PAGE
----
The crowning event at The Winter Carnival is the Diamond Hitch Parade, as it brings the last day of street events to a close. In true Light family history, our family was involved both in the first diamond hitch and in continuing the tradition through the years. What constitutes a diamond hitch you may ask? Skiers, usually in costume, wearing skis, and being pulled across the snow covered street by horse and rider. The diamond comes in the configuration of the ropes pulling the skiers – at least one in front, then one on each side behind the leader, then one directly in back therefore forming a diamond shape with the ropes. And why was it decided to add a diamond hitch configuration to the parade?
This is an excerpt from a response that Annabeth Light Lockhart received from Mrs. Harold (Ruth) Alexander of Lander, Wyoming who was one of the charter members of the L.R.C. (Ladies Recreation Club) of Steamboat Springs.
“. . . I have looked through my L.R.C. scrapbook. Tony Welton was our first president when the club was organized in 1928. Two years later she thought up the idea for the L.R.C.’s to do something to give the carnival street events some color, style, beauty and grace in skiing. In order to do this, the event should be something several could take part in. She figured out the Diamond Hitch to be pulled by a horse and rider. The skiers to be in costume.”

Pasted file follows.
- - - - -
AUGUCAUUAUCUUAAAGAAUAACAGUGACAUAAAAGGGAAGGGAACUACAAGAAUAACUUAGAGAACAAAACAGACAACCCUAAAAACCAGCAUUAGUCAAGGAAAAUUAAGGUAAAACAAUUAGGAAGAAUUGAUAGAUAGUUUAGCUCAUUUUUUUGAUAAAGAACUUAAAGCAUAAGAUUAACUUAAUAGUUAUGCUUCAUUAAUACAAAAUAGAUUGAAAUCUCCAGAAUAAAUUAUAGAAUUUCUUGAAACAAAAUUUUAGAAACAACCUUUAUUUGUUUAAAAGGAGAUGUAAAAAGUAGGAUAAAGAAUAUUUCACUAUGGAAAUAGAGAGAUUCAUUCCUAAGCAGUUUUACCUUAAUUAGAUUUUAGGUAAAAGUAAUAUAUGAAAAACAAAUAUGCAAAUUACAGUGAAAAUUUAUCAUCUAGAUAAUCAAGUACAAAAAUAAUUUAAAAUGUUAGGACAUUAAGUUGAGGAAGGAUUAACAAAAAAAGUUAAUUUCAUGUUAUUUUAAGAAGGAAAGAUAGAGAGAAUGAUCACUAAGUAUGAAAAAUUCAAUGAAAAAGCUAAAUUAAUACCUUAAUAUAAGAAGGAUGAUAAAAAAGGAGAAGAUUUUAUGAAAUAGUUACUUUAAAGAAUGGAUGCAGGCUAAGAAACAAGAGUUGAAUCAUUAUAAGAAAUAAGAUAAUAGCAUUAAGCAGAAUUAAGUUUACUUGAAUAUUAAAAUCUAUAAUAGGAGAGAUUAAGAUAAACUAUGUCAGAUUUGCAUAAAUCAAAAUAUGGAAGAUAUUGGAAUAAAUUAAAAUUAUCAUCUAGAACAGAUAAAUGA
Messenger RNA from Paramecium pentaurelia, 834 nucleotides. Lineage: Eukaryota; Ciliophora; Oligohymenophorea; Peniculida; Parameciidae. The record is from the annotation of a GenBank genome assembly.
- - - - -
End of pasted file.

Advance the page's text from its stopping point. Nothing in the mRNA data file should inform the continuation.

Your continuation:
There had to be competition of course! “The event was judged on Beauty of Costumes, Holding a Perfect Diamond, Skiing Form, and Rapport Between Horse, Rider, and Skiers.”
Mrs. Alexander wrote that the first Diamond Hitch event started in 1931 and Annabeth Light Lockhart was a member of one of the initial groups that year. All 9 year old girls, Annabeth joined Gloria Gossard, Catherine Campbell, and Doris Harwig, to ski in identical ski clothes with balloons fastened all other their clothes and the rope that formed the diamond. They were a colorful bunch.